How to Save on Car Insurance

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By Jessica Mehta

Many drivers, regardless of age, don’t comprehensively shop around for car insurance. Even fewer establish a relationship with their agent. Sometimes simply asking if there are avenues to lower insurance premiums is all it takes! However, drivers will usually want to avoid “liability only” insurance. It can look like a great way to save on premiums, but when you have “liability only,” your insurance will only pay for costs and repairs due to the other driver in an accident. You’ll be stuck with all the bills related to your medical care and repairs. That’s a big but legal gamble few should take.

The good news is there are many ways to legally lower your insurance premiums without taking such a big risk. For starters, shop around—and keep doing so even when you already have coverage. There are various third-party comparison sites that give you un-biased answers. However, many of these sites might actually have a bias that isn’t advertised, might not ask all the questions that will determine a better rate, or might not include all of the premiums you’re eligible to enjoy. Try a few comparison sites, but also check out various insurance companies directly.

Mehta_Insurance2Young drivers might be especially averse to talking to an agent on the phone or in person, but this can often be the best way to secure lower rates. Talking to a qualified and reputable agent instead of depending on forms or email will let you explain your situation. Agents are often aware of special discounts that might not be advertised, and they’ll ask the right questions to make sure you’re getting the best rate. Remember, agents don’t get commissions or bonuses for inflating your insurance premiums. It’s in their best interest to make you happy with an affordable rate that still serves your needs. Comparison sites and algorithms, on the other hand, aren’t particularly interested in building a relationship with you or saving you money.

What Kind of Discounts Can I Get?

Every insurance agency might offer different discounts, but popular ones include discounts for having multiple policies or multiple cars. Young drivers who can be added onto a family member’s policy (while still paying their own premium) can often get a great deal. If you have an anti-theft device like an alarm, that might also score you a discount. There are also discounts for having passive restraints like airbags, daytime running lights, or even for having a newer vehicle because they’re inherently safer.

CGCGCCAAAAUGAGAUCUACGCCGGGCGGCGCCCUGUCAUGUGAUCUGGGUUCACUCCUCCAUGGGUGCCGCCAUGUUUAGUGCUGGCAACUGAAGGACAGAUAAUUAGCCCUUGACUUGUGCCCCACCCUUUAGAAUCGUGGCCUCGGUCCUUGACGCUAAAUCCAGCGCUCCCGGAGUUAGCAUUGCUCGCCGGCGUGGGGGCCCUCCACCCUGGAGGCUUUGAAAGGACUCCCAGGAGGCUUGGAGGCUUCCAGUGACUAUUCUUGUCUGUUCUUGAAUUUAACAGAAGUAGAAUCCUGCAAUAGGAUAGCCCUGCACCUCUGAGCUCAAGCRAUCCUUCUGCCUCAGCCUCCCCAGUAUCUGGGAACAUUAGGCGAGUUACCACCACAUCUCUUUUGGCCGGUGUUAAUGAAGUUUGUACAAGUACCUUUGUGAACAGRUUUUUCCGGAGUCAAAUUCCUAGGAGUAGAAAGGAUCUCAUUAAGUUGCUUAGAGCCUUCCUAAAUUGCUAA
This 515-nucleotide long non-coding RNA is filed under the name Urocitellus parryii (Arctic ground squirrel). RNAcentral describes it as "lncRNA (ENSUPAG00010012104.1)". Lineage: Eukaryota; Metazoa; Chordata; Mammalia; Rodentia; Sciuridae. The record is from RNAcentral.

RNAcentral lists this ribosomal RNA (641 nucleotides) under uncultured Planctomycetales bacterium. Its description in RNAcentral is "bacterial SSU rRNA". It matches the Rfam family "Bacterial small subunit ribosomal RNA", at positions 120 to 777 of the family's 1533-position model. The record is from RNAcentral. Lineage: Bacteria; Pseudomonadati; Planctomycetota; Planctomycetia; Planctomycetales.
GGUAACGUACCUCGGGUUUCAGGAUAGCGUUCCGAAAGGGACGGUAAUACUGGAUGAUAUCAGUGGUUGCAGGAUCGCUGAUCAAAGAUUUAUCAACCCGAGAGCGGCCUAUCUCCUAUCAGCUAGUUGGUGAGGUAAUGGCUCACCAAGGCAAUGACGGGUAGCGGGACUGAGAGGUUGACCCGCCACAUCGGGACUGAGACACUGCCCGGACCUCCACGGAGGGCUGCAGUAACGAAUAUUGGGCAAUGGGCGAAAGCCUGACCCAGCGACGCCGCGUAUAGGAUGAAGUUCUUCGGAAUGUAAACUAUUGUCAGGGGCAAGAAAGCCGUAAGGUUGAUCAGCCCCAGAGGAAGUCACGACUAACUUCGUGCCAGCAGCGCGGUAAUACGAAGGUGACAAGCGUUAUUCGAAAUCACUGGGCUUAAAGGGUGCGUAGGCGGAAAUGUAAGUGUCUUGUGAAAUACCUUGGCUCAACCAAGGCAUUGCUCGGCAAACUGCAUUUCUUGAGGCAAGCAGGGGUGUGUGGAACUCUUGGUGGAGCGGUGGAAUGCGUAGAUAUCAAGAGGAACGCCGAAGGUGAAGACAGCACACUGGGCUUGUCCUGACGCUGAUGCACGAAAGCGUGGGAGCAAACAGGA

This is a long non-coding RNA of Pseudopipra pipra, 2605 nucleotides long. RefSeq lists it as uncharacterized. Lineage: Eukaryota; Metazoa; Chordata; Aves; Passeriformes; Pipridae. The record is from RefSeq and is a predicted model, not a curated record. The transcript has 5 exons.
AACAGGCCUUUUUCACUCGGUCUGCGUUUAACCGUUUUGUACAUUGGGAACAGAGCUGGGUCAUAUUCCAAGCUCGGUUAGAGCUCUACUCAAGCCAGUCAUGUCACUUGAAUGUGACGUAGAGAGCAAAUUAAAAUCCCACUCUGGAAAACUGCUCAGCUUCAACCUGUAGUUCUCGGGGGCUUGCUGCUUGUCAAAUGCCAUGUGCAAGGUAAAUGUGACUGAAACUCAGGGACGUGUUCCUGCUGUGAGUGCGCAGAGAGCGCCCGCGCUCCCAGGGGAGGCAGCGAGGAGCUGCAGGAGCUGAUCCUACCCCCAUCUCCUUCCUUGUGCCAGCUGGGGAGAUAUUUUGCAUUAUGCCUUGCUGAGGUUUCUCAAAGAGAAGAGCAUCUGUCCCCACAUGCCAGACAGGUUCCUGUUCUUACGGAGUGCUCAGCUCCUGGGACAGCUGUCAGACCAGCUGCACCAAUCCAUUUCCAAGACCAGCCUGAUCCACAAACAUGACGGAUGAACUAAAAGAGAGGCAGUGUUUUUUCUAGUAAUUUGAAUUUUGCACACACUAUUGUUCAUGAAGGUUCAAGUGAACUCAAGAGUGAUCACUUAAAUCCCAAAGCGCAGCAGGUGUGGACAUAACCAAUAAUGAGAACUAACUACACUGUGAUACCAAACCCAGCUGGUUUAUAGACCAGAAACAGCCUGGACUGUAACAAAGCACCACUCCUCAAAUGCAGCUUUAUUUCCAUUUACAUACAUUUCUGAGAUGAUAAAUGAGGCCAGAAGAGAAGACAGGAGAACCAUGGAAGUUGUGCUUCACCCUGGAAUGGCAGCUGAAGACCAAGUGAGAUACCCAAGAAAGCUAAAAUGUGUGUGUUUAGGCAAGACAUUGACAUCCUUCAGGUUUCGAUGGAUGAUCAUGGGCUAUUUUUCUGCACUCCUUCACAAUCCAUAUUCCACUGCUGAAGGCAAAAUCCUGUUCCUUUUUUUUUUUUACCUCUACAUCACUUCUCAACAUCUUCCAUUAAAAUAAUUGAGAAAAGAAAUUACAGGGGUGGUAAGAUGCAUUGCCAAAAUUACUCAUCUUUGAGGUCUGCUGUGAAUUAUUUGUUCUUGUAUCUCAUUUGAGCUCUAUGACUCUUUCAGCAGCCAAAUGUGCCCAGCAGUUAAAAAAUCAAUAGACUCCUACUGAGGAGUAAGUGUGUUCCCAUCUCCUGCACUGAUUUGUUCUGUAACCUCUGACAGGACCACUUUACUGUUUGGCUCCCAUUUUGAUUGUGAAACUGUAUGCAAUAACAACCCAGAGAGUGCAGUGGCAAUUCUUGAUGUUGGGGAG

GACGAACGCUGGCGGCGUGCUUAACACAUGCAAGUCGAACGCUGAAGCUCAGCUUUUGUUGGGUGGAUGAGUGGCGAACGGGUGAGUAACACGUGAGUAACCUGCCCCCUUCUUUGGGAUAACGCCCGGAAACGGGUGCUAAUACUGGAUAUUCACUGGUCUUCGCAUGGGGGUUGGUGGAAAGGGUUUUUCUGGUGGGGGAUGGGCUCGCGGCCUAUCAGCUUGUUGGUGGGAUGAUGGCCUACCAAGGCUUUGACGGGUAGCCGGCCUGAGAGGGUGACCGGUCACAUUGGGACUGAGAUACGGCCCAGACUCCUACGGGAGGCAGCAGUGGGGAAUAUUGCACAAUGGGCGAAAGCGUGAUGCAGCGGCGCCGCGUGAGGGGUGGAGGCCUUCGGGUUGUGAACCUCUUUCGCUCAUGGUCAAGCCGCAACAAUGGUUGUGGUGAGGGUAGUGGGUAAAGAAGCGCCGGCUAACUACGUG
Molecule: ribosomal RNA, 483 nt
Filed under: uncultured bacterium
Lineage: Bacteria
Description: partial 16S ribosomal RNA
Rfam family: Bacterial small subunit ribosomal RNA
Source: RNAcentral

If you drive a green vehicle like an electric car or a hybrid, you might qualify for a discount. Being accident-free for a certain amount of time or otherwise, low-risk might be beneficial. Military members, drivers who keep low mileages, and even being a good student often comes with discounts. “Distant students” who are attending school far from home can sometimes get a discount, and homeowners might also qualify for lower rates.

Enroll in paperless billing and/or pay your premium in full instead of in monthly payments, and you’ll likely qualify for discounted coverage. Kind of like changing smartphone carriers, if you switch agencies before your policy is up, the new agency will likely pay off your remaining policy and give you a discount for switching.

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Always ask about loyalty discounts if you’ve been with an agency for awhile, and check to see if belonging to a certain organization or being an employee of a specific company qualifies you for a discount.

You can also lower your premiums by improving your credit score. Many times, agencies look at credit scores as an indicator of how “safe” a customer you’ll be. Younger drivers usually have lower credit scores because they haven’t had time to establish a solid credit history. However, if you focus on improving your credit score, your insurance premiums may slowly go down and you’ll also qualify for better rates on everything else from a mortgage to a credit card.

Ensure that your agent knows your current and correct address. Oftentimes, drivers stick with their original policy for years, automatically re-enrolling annually. This can be completely fine as long as there are no better rates out there, but if you have an old address listed you might be overpaying. Part of what determines insurance rates is where you live. After all, living in a high-crime area where car theft or break-ins are relatively more common means you’ll be paying a higher premium. Having the correct address can make a big difference in your premiums.

Most importantly, establish a relationship with your agent and talk to them about ways to lower insurance costs. The worst they can say if you already have the best possible rate—but keep accident-free and improve your credit score, and next year you might get a lower quote.

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